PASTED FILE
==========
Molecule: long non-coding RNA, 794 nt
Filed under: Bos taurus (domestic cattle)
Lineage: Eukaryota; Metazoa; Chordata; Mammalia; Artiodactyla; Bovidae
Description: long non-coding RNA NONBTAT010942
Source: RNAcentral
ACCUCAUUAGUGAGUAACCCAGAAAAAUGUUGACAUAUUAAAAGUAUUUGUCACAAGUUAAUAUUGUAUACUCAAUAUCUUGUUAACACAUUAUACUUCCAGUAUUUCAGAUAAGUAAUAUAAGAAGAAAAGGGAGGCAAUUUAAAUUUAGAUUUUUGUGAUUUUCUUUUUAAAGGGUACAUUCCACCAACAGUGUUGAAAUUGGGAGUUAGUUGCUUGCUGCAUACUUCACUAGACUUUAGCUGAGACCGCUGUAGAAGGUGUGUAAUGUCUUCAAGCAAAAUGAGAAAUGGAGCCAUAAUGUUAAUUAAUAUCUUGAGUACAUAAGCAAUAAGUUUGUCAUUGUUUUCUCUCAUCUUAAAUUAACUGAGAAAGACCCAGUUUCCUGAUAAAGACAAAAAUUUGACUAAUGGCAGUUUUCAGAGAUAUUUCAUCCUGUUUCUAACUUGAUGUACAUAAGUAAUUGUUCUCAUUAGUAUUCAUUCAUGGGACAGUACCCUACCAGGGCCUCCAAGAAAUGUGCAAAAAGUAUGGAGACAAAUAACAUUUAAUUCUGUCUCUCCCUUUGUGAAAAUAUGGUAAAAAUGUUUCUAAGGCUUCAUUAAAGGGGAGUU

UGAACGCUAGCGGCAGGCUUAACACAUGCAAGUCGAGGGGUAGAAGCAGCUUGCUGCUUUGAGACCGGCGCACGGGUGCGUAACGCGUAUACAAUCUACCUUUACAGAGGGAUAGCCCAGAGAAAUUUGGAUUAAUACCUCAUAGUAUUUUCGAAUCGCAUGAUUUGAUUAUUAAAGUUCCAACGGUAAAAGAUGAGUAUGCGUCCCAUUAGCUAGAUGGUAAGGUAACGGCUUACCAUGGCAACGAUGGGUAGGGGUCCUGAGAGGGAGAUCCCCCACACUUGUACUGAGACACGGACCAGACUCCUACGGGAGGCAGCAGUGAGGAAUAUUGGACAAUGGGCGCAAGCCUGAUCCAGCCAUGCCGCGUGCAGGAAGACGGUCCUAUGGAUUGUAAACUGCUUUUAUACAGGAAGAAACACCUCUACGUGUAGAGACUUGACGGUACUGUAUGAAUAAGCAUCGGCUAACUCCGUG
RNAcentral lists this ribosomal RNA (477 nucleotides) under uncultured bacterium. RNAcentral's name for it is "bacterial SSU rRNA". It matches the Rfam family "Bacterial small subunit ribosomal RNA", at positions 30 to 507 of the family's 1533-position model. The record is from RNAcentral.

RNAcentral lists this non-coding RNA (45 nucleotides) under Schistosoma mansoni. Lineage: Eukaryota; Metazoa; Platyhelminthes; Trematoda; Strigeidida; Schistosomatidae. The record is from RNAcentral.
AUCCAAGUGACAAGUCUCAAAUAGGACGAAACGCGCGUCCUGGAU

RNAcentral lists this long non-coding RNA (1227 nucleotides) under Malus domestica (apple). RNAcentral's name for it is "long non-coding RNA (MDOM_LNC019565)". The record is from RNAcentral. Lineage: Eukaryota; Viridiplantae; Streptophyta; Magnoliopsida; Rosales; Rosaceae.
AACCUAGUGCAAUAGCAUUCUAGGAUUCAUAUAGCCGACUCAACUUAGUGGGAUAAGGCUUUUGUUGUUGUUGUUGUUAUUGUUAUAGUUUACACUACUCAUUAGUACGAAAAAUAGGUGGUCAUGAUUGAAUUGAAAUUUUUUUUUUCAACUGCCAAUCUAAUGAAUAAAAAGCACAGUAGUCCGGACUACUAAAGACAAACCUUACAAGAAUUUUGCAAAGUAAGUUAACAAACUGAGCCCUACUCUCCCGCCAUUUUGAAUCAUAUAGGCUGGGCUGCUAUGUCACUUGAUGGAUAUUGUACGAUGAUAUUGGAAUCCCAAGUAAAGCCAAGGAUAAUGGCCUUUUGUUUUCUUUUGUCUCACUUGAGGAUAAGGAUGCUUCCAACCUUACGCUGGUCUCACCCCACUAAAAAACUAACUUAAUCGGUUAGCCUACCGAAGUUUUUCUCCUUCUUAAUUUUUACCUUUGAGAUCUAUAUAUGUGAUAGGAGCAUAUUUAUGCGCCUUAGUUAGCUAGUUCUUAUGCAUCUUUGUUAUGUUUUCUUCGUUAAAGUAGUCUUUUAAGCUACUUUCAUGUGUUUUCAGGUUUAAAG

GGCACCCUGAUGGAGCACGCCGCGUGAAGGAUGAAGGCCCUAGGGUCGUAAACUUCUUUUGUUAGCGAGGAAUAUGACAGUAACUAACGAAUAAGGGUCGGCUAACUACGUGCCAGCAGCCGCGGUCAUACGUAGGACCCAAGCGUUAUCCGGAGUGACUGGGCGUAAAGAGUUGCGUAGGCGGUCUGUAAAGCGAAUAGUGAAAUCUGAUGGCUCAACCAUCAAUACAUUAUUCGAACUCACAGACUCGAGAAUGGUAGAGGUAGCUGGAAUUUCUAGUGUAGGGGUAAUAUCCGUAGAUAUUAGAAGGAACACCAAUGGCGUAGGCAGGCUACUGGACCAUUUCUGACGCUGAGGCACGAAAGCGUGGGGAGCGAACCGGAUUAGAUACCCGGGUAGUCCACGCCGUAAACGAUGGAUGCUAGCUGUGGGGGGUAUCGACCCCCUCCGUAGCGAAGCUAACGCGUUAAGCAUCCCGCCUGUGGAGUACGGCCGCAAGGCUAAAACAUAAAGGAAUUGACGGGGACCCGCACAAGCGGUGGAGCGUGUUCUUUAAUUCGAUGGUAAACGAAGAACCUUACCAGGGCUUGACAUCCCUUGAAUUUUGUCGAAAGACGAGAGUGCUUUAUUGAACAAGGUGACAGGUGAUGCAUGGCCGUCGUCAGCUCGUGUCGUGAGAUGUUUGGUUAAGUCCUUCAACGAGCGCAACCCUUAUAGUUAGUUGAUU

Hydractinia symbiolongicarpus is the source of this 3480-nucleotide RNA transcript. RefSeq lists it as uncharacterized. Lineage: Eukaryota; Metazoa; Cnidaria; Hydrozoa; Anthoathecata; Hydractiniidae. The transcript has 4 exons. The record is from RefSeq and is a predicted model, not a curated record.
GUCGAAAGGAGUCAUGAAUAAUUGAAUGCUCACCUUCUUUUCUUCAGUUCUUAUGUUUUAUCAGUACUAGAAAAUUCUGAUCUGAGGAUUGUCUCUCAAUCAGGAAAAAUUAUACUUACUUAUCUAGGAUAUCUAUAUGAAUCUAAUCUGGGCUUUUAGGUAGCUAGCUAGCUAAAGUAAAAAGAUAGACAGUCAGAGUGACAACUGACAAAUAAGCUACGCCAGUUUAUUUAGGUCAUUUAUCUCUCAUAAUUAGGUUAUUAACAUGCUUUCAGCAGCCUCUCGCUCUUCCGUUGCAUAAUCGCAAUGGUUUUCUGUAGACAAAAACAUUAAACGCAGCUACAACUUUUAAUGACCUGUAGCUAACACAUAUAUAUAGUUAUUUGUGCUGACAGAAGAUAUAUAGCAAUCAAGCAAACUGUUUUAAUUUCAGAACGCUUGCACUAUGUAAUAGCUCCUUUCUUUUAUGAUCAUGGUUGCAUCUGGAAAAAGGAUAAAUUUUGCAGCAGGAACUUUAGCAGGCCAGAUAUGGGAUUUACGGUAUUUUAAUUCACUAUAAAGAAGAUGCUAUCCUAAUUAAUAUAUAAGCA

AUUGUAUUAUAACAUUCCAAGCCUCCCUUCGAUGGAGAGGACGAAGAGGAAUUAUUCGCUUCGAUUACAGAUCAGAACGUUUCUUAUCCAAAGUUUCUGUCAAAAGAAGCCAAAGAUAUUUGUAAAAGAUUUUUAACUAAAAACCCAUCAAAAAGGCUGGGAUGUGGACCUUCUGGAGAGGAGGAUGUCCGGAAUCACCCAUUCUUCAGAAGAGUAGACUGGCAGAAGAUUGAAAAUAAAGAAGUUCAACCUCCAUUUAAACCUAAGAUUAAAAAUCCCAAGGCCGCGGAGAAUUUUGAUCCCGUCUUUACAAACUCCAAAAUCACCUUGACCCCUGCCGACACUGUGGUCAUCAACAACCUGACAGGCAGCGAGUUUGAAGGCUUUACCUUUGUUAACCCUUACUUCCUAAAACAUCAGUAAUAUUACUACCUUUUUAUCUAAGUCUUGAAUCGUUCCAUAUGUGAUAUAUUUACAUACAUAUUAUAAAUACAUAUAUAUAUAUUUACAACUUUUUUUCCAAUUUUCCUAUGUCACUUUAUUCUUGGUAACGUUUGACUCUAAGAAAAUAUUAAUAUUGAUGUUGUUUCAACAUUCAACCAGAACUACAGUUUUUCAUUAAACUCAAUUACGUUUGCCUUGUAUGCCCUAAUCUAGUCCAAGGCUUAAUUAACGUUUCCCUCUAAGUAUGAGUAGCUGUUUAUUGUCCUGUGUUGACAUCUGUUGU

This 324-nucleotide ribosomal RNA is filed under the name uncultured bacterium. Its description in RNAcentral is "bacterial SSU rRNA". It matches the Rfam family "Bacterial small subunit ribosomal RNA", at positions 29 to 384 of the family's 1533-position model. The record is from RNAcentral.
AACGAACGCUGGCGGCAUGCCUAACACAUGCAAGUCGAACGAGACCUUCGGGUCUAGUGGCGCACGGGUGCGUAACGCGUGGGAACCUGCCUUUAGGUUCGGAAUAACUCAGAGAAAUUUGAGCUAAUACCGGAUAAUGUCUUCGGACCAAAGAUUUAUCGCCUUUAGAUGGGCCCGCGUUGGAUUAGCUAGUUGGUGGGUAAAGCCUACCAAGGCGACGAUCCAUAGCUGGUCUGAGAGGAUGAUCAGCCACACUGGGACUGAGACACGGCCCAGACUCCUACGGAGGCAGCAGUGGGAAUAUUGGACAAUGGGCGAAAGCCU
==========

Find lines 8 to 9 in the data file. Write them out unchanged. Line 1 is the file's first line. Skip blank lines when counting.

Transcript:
RNAcentral lists this ribosomal RNA (477 nucleotides) under uncultured bacterium. RNAcentral's name for it is "bacterial SSU rRNA". It matches the Rfam family "Bacterial small subunit ribosomal RNA", at positions 30 to 507 of the family's 1533-position model. The record is from RNAcentral.

RNAcentral lists this non-coding RNA (45 nucleotides) under Schistosoma mansoni. Lineage: Eukaryota; Metazoa; Platyhelminthes; Trematoda; Strigeidida; Schistosomatidae. The record is from RNAcentral.